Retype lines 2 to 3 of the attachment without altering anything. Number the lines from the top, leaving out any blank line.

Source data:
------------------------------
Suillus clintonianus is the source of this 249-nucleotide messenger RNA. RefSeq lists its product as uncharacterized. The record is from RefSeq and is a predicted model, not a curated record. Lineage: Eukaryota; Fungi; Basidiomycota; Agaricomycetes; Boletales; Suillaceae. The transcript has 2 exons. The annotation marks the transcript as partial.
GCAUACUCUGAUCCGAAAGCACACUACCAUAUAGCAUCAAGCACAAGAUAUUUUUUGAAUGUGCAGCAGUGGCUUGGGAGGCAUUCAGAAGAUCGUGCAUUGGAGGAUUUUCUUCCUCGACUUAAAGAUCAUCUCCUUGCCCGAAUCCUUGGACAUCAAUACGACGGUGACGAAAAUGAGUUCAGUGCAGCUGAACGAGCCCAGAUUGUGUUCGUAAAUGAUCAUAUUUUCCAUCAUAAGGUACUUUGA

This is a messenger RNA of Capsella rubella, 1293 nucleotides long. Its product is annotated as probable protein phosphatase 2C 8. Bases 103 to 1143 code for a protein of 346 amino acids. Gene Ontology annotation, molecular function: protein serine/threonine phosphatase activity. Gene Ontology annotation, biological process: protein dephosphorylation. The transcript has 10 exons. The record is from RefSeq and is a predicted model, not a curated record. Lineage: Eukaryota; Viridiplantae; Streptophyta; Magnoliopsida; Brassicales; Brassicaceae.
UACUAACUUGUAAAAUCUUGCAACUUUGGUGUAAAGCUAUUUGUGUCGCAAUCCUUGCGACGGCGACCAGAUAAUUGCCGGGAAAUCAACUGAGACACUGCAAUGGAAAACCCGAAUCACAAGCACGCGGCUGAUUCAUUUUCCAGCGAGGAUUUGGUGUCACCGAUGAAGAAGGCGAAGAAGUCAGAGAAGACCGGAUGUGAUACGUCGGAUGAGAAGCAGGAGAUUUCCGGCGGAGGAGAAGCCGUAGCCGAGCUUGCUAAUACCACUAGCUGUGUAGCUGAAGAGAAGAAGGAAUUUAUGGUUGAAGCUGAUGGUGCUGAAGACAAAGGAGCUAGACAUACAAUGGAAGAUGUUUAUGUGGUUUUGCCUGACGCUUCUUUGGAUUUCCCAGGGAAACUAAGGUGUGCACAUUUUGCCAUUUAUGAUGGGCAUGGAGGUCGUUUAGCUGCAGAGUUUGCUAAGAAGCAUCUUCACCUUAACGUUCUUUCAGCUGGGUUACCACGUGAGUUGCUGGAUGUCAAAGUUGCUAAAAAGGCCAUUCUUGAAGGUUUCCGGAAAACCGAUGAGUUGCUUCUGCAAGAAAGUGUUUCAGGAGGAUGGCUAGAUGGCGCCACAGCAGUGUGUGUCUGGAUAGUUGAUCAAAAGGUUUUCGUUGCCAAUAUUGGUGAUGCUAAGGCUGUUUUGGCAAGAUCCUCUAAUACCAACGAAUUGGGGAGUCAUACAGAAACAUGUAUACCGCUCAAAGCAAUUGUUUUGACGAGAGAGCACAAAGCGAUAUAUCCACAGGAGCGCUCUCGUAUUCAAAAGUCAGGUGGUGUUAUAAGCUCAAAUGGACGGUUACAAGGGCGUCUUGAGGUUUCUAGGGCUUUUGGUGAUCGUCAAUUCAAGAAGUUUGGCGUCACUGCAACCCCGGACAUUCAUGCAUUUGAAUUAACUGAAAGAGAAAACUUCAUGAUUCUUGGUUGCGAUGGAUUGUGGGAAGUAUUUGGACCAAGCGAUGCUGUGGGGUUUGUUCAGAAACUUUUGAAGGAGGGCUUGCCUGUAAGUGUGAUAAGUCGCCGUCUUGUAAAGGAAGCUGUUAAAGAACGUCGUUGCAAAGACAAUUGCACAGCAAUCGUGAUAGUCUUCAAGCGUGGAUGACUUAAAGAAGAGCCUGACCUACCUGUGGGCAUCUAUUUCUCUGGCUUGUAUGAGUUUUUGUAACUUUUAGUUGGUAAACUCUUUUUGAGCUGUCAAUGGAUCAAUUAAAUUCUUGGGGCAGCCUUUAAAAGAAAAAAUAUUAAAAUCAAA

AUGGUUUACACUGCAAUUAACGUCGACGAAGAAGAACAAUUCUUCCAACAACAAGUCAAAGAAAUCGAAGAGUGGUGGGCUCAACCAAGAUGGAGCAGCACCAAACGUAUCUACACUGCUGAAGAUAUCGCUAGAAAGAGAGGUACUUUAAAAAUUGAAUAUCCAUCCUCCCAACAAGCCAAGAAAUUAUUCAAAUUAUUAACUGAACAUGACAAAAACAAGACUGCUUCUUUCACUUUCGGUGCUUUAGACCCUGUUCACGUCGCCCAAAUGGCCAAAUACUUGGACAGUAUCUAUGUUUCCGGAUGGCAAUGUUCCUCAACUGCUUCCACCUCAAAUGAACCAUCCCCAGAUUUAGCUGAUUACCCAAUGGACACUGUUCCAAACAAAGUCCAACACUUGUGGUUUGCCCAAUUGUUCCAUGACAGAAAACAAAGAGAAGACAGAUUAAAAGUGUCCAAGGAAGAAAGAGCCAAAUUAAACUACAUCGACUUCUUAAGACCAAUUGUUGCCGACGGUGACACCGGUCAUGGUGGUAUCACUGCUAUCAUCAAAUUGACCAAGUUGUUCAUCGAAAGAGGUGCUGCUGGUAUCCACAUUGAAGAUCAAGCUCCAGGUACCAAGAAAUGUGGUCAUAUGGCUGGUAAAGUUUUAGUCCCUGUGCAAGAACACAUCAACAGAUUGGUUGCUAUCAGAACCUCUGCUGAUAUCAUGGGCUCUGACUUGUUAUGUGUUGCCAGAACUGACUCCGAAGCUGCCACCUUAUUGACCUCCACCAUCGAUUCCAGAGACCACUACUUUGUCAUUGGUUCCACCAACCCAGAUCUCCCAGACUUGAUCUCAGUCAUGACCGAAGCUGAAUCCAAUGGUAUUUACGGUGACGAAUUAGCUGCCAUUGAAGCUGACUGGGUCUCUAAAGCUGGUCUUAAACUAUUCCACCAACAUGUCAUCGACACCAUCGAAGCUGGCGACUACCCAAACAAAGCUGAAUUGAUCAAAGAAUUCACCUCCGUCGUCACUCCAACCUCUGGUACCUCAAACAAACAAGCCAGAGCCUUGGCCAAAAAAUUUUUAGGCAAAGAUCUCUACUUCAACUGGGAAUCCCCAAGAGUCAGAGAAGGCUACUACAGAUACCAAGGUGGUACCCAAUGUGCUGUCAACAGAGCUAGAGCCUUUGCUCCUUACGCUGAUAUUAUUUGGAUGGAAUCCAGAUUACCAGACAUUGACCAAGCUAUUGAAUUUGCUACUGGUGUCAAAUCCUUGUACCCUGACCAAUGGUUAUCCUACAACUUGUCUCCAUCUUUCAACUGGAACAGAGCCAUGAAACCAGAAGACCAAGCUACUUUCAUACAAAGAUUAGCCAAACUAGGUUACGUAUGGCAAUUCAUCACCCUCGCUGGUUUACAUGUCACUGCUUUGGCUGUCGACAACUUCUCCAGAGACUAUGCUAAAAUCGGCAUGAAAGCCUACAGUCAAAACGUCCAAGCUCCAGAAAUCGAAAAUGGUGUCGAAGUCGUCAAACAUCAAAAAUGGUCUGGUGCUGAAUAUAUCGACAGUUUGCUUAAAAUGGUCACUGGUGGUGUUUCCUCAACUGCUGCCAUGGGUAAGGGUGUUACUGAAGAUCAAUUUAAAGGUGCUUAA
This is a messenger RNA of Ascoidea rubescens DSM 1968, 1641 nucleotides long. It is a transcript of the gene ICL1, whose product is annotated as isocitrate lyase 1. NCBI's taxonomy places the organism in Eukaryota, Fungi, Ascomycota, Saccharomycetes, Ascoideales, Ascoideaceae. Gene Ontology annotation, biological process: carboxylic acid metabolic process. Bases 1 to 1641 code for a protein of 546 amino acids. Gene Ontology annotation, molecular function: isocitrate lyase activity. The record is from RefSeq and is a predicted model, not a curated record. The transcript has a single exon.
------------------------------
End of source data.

GCAUACUCUGAUCCGAAAGCACACUACCAUAUAGCAUCAAGCACAAGAUAUUUUUUGAAUGUGCAGCAGUGGCUUGGGAGGCAUUCAGAAGAUCGUGCAUUGGAGGAUUUUCUUCCUCGACUUAAAGAUCAUCUCCUUGCCCGAAUCCUUGGACAUCAAUACGACGGUGACGAAAAUGAGUUCAGUGCAGCUGAACGAGCCCAGAUUGUGUUCGUAAAUGAUCAUAUUUUCCAUCAUAAGGUACUUUGA

This is a messenger RNA of Capsella rubella, 1293 nucleotides long. Its product is annotated as probable protein phosphatase 2C 8. Bases 103 to 1143 code for a protein of 346 amino acids. Gene Ontology annotation, molecular function: protein serine/threonine phosphatase activity. Gene Ontology annotation, biological process: protein dephosphorylation. The transcript has 10 exons. The record is from RefSeq and is a predicted model, not a curated record. Lineage: Eukaryota; Viridiplantae; Streptophyta; Magnoliopsida; Brassicales; Brassicaceae.